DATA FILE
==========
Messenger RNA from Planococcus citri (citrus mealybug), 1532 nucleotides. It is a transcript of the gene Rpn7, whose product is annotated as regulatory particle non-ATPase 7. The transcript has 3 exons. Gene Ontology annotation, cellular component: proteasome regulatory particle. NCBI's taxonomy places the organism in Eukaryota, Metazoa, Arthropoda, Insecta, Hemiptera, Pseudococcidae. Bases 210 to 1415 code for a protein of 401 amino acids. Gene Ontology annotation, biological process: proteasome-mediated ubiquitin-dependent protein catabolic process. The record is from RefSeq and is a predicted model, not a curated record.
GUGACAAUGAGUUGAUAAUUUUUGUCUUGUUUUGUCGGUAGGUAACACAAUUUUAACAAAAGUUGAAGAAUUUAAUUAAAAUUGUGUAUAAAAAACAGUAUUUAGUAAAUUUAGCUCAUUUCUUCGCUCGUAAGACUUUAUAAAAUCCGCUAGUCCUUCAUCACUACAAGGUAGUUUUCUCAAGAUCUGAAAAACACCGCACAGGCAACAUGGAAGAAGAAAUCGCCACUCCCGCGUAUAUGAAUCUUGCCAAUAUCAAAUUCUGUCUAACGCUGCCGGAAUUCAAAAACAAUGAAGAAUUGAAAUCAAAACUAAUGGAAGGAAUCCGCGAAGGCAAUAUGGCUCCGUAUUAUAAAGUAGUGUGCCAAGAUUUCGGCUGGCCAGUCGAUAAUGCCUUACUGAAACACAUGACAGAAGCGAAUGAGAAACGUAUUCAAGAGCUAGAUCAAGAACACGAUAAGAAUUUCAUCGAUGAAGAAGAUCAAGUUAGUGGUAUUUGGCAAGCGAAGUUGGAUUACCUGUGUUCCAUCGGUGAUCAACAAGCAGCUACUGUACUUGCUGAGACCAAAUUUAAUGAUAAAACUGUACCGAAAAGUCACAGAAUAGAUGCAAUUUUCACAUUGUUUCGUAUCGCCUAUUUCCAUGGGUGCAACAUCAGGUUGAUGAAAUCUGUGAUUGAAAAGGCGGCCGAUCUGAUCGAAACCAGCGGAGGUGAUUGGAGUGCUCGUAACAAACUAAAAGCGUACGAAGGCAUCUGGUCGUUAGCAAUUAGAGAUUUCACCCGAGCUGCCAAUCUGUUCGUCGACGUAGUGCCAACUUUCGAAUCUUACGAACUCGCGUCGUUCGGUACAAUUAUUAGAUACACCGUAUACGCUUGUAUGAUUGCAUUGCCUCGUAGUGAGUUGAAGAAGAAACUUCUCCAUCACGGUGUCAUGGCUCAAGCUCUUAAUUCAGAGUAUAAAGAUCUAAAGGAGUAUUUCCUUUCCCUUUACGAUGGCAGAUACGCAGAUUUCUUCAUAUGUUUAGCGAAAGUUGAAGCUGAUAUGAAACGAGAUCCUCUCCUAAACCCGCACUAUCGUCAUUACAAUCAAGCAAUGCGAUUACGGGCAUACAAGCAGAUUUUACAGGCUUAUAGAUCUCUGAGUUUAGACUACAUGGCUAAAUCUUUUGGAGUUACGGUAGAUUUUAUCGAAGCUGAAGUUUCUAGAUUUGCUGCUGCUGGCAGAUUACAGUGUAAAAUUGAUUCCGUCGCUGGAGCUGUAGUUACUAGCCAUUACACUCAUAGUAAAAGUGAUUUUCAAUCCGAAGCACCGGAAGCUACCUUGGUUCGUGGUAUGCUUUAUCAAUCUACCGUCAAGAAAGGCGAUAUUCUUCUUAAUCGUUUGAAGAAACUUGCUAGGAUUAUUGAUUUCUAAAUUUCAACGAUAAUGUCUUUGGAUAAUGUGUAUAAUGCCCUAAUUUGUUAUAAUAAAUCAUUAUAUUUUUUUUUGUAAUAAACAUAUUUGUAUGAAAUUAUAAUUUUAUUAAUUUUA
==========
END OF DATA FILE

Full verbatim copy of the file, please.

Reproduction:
Messenger RNA from Planococcus citri (citrus mealybug), 1532 nucleotides. It is a transcript of the gene Rpn7, whose product is annotated as regulatory particle non-ATPase 7. The transcript has 3 exons. Gene Ontology annotation, cellular component: proteasome regulatory particle. NCBI's taxonomy places the organism in Eukaryota, Metazoa, Arthropoda, Insecta, Hemiptera, Pseudococcidae. Bases 210 to 1415 code for a protein of 401 amino acids. Gene Ontology annotation, biological process: proteasome-mediated ubiquitin-dependent protein catabolic process. The record is from RefSeq and is a predicted model, not a curated record.
GUGACAAUGAGUUGAUAAUUUUUGUCUUGUUUUGUCGGUAGGUAACACAAUUUUAACAAAAGUUGAAGAAUUUAAUUAAAAUUGUGUAUAAAAAACAGUAUUUAGUAAAUUUAGCUCAUUUCUUCGCUCGUAAGACUUUAUAAAAUCCGCUAGUCCUUCAUCACUACAAGGUAGUUUUCUCAAGAUCUGAAAAACACCGCACAGGCAACAUGGAAGAAGAAAUCGCCACUCCCGCGUAUAUGAAUCUUGCCAAUAUCAAAUUCUGUCUAACGCUGCCGGAAUUCAAAAACAAUGAAGAAUUGAAAUCAAAACUAAUGGAAGGAAUCCGCGAAGGCAAUAUGGCUCCGUAUUAUAAAGUAGUGUGCCAAGAUUUCGGCUGGCCAGUCGAUAAUGCCUUACUGAAACACAUGACAGAAGCGAAUGAGAAACGUAUUCAAGAGCUAGAUCAAGAACACGAUAAGAAUUUCAUCGAUGAAGAAGAUCAAGUUAGUGGUAUUUGGCAAGCGAAGUUGGAUUACCUGUGUUCCAUCGGUGAUCAACAAGCAGCUACUGUACUUGCUGAGACCAAAUUUAAUGAUAAAACUGUACCGAAAAGUCACAGAAUAGAUGCAAUUUUCACAUUGUUUCGUAUCGCCUAUUUCCAUGGGUGCAACAUCAGGUUGAUGAAAUCUGUGAUUGAAAAGGCGGCCGAUCUGAUCGAAACCAGCGGAGGUGAUUGGAGUGCUCGUAACAAACUAAAAGCGUACGAAGGCAUCUGGUCGUUAGCAAUUAGAGAUUUCACCCGAGCUGCCAAUCUGUUCGUCGACGUAGUGCCAACUUUCGAAUCUUACGAACUCGCGUCGUUCGGUACAAUUAUUAGAUACACCGUAUACGCUUGUAUGAUUGCAUUGCCUCGUAGUGAGUUGAAGAAGAAACUUCUCCAUCACGGUGUCAUGGCUCAAGCUCUUAAUUCAGAGUAUAAAGAUCUAAAGGAGUAUUUCCUUUCCCUUUACGAUGGCAGAUACGCAGAUUUCUUCAUAUGUUUAGCGAAAGUUGAAGCUGAUAUGAAACGAGAUCCUCUCCUAAACCCGCACUAUCGUCAUUACAAUCAAGCAAUGCGAUUACGGGCAUACAAGCAGAUUUUACAGGCUUAUAGAUCUCUGAGUUUAGACUACAUGGCUAAAUCUUUUGGAGUUACGGUAGAUUUUAUCGAAGCUGAAGUUUCUAGAUUUGCUGCUGCUGGCAGAUUACAGUGUAAAAUUGAUUCCGUCGCUGGAGCUGUAGUUACUAGCCAUUACACUCAUAGUAAAAGUGAUUUUCAAUCCGAAGCACCGGAAGCUACCUUGGUUCGUGGUAUGCUUUAUCAAUCUACCGUCAAGAAAGGCGAUAUUCUUCUUAAUCGUUUGAAGAAACUUGCUAGGAUUAUUGAUUUCUAAAUUUCAACGAUAAUGUCUUUGGAUAAUGUGUAUAAUGCCCUAAUUUGUUAUAAUAAAUCAUUAUAUUUUUUUUUGUAAUAAACAUAUUUGUAUGAAAUUAUAAUUUUAUUAAUUUUA